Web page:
Study Abroad Column: Making Memories in Manchester

Allegra Padula, Class of 2019

Nowadays, I feel a sense of home in the poem about rain written on the wall of a building next to my dorm. I feel a sense of belonging in the way that these streets feel like home every time I return from a trip outside of town. I feel a sense of kinship in the familiar headlights from the Magic Bus driving past all of the Tescos and Costa Coffees and Sainsbury’s. I sit down at my desk and put down the first few brushstrokes for a watercolor scene of Whitby, a fishing town we had visited a few weeks ago. England, with its rich literary and cultural history, has occupied a special place in my heart and mind; it has started to feel like a second home to me, and I am so grateful for the opportunity to live and learn here.  

I am a junior at Colgate, and I am currently studying at the University of Manchester as part of a Colgate study group focused on global environmental public health. One of my professors had told me that this semester would be life changing, but I don’t really think I believed that until now, where I exist here, heartbroken that there is only a month remaining.  

I truly believe every student should pursue the chance to study abroad.  Although it is just for a semester, the abroad experience immerses you in a new, thrilling and exciting world. The thing is, many people leave high school and experience their first time living independently in a new city. For Colgate students, it isn’t quite like that. The college experience is still amazing, and you encounter a lot of diverse perspectives and incredible opportunities at Colgate. But for me, I didn’t experience true diversity until I came to Manchester: here, you see homeless individuals every twenty feet you walk, you live in a flat with eight people from different countries, you’re truly independent, you go into the city center and encounter people genuinely interested in hearing about how you’re liking England compared to the United States, you find yourself living in an officially recognized “City of Literature,” you can choose to go out to an entire variety of fun places and Greek life does not exist.  It’s wonderful, and it brings to life the stories you’ve only previously ever read about.

The academics at the University of Manchester definitely require me to devote a lot of time to studying on my own.  In contrast to Colgate, the courses I’m taking here aren’t particularly discussion-heavy, and there are not many structured exams. Many of the assignments are few in number, and most of your grade depends on the end-of-semester assessments. Despite this, I really do love the fact that I can devote my energy toward genuine curiosity, inquiry and interest in the subject matter rather than stressing too much about grades. Reflecting on this, I definitely believe that exams are actually a good thing, because they keep you up to date with the material that you should know.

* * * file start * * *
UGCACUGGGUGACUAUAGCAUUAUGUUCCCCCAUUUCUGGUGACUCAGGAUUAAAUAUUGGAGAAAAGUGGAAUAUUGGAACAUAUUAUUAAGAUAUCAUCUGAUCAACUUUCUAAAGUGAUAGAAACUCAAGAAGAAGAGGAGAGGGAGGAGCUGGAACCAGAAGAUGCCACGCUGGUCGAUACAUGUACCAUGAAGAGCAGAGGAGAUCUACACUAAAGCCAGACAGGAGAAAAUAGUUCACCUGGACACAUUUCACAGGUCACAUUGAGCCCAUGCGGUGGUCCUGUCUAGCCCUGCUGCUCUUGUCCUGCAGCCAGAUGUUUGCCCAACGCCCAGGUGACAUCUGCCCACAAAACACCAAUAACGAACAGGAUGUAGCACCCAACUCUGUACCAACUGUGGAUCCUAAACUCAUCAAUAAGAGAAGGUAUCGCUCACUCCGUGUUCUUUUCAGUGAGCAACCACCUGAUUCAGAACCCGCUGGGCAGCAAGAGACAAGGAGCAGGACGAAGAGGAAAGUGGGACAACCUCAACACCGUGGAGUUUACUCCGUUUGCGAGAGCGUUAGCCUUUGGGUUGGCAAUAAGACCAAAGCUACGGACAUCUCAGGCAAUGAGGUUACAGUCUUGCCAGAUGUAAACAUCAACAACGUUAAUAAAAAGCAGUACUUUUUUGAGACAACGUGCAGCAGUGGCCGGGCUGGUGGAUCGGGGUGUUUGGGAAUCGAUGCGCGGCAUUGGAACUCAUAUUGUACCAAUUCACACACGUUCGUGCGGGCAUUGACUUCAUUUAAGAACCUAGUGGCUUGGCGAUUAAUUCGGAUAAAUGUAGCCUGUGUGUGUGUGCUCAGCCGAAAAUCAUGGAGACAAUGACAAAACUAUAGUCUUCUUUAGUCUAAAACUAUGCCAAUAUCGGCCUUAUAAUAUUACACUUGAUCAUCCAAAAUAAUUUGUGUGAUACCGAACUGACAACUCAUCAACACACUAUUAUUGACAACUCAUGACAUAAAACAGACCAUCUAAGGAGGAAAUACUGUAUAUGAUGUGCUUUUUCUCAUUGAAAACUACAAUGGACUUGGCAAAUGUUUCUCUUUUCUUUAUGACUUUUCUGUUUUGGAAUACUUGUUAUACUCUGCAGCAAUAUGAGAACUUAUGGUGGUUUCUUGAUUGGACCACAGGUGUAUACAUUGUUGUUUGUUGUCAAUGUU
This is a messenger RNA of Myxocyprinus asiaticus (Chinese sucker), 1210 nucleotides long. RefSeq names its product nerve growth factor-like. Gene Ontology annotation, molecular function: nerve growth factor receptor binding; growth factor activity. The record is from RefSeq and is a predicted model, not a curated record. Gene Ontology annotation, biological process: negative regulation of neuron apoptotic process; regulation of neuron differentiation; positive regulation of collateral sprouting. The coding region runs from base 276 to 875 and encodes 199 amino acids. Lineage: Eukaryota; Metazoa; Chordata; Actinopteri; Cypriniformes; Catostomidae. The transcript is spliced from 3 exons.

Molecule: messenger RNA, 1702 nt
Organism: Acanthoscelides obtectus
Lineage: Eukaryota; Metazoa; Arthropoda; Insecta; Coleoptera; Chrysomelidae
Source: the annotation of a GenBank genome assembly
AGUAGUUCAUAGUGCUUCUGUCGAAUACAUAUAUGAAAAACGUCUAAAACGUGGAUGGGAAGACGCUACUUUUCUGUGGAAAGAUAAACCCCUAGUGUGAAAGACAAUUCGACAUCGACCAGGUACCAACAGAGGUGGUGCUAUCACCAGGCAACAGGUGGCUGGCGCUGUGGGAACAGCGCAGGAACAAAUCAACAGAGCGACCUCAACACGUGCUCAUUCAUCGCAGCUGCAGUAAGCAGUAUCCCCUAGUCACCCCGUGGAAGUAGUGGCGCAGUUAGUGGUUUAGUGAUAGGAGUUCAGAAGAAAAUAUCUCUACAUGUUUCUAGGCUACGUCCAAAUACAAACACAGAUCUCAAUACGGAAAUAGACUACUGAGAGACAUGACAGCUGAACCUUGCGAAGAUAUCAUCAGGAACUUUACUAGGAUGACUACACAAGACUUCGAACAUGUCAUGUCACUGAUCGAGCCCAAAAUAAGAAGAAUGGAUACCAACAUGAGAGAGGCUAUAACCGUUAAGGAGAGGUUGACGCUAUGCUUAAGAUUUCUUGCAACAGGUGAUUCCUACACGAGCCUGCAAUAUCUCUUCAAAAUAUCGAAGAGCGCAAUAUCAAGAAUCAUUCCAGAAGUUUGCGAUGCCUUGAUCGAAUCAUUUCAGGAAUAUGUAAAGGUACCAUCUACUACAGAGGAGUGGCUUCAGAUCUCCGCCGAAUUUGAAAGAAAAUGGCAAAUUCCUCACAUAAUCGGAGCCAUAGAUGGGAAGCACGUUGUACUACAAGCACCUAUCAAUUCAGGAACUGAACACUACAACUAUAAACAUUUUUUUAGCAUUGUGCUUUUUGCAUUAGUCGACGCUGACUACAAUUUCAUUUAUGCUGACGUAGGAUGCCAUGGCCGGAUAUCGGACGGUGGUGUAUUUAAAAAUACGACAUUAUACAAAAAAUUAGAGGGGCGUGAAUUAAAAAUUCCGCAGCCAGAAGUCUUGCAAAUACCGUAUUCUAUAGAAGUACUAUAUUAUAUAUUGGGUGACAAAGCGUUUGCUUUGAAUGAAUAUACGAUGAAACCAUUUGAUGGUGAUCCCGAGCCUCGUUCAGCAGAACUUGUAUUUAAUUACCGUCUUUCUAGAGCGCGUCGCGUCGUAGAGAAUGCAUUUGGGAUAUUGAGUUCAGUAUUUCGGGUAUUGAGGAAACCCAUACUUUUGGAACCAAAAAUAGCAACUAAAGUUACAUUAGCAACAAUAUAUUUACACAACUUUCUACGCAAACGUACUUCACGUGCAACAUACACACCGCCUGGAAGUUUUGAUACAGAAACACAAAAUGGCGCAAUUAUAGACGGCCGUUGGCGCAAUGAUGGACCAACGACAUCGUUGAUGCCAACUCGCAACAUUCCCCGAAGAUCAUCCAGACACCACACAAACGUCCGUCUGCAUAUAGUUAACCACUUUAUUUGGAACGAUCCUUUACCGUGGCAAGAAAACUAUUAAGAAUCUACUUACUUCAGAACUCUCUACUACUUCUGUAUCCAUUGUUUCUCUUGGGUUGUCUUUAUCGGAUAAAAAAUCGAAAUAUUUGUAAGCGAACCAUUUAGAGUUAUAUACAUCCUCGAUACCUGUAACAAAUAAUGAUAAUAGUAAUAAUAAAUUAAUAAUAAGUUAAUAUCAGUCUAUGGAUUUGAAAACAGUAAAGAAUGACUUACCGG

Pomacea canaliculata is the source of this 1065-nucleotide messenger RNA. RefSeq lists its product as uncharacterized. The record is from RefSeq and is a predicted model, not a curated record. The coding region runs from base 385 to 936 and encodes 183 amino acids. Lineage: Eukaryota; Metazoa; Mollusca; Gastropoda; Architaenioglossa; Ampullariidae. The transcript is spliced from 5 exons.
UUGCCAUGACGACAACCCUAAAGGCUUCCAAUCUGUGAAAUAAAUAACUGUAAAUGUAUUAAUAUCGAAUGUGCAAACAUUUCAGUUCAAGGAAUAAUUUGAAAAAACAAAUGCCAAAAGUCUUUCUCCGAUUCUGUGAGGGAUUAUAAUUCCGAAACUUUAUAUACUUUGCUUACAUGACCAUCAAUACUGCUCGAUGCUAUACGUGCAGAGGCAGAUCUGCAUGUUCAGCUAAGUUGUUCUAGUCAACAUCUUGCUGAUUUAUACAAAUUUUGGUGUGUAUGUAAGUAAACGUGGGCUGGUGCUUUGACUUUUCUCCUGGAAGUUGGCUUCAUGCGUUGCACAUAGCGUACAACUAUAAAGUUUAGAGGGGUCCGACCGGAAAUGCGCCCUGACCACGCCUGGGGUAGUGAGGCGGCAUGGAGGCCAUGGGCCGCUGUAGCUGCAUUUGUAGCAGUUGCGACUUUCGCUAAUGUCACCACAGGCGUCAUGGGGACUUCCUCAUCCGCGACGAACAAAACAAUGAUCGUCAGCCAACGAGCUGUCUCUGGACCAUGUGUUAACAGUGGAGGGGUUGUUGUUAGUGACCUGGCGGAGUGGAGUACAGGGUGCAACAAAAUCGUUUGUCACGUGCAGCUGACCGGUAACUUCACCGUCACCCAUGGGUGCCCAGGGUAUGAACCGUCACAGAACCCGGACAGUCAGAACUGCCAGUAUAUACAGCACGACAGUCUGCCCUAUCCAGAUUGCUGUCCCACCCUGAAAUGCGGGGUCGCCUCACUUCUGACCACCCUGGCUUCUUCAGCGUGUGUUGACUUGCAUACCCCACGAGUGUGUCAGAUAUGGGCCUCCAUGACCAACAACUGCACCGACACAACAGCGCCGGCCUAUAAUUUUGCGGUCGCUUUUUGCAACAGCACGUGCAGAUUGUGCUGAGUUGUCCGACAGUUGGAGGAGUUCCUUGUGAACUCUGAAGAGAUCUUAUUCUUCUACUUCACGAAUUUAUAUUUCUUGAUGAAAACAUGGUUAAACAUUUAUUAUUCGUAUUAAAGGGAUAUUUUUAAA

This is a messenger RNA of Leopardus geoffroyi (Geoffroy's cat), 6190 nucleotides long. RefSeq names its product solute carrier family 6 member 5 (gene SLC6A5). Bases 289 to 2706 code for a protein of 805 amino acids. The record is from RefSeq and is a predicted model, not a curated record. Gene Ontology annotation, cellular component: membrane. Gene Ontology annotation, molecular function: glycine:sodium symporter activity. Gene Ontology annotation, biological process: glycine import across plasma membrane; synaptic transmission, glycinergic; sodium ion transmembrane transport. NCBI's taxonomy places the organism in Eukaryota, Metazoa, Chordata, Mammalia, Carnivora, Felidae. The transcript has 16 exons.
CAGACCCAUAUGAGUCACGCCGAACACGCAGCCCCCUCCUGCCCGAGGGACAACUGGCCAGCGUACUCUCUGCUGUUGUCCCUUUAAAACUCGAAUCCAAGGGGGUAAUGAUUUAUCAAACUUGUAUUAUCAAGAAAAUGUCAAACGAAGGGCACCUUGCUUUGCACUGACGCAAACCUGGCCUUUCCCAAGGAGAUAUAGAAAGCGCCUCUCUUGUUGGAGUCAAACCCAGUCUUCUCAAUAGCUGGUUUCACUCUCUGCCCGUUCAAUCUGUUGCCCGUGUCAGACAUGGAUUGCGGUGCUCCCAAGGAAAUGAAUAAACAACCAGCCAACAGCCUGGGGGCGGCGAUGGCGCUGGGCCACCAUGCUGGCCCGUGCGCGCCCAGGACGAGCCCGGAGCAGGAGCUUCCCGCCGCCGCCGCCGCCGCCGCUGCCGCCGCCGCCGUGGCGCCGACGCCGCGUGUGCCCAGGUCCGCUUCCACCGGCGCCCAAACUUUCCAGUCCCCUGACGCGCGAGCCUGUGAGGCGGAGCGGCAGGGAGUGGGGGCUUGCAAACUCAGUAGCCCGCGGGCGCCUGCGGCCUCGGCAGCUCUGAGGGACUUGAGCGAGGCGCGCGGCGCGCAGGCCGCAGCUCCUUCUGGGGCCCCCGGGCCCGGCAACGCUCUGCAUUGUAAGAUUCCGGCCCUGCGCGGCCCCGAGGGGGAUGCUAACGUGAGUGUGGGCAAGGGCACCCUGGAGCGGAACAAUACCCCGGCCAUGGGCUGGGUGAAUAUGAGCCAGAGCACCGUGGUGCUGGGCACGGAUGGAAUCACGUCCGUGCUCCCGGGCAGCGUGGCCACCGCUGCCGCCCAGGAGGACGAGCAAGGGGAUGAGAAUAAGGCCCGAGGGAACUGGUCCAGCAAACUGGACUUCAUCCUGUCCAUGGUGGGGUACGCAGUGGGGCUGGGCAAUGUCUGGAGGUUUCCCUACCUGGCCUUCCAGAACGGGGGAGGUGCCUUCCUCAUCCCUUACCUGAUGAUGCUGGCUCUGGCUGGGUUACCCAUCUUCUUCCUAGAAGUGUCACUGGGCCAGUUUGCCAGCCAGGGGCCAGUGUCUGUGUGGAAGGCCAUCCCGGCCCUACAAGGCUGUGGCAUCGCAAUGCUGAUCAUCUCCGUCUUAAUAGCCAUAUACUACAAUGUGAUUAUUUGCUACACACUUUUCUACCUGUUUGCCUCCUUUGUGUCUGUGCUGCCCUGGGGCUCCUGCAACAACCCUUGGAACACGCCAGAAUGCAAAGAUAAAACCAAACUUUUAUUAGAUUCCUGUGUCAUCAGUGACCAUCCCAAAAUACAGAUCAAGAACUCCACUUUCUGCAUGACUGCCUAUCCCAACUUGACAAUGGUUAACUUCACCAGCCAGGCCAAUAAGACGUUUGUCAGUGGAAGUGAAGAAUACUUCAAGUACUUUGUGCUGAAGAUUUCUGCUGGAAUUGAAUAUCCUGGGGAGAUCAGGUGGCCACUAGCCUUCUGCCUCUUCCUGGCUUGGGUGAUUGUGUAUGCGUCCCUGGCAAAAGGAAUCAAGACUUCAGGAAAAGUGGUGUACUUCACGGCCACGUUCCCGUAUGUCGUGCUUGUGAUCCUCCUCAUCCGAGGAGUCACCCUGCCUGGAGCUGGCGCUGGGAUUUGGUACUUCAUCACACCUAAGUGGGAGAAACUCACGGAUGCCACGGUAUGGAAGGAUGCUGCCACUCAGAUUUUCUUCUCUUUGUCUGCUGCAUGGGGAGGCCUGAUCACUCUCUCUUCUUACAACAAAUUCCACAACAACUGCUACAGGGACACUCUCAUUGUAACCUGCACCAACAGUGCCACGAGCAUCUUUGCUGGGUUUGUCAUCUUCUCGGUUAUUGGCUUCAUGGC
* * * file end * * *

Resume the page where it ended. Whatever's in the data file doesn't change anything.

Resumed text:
This semester, I’m working on an independent research project investigating the intersection of arts and healthcare in the United Kingdom in my ENST 391 course. As someone who loves art and science, England has come to mean a lot to me; my research so far has taught me that as a country, England pursues initiatives that combine art and medicine. It has an incredibly rich history in literature and medicine. Living and researching this in Manchester has inspired me to argue that the humanities should have a greater presence in medicine, and arts seem to have a positive impact on healthcare. More on this later – that could be a whole other article. 

Travel-wise, I had never traveled anywhere outside of the United States before coming to Manchester.  Over the course of the semester, I’ve seen more incredible places than I ever could’ve imagined, including Alnwick Castle (which was actually Hogwarts in the first few Harry Potter movies), Liverpool, Bath, Whitby (an incredible coastal town), York, Paris, Brussels and London. A large part of why I’ve enjoyed traveling so much is because of the group of people I’m with. From the start, I’ve felt that generally our group has a pretty great dynamic: we all have diverse interests, but we seem to share a sense of curiosity, creativity and acceptance of different perspectives. Personally, I feel like I’ve gotten to know every member of my study group, and I feel like we’re always excited to spend time with each other. I don’t want to sugar-coat anything, because I know that study group experiences are never perfect, but I honestly do feel quite lucky to be surrounded by so many wonderful people.

So, in short, I truly love Manchester and all of the adventures that come with it.

Contact Allegra Padula at [email protected]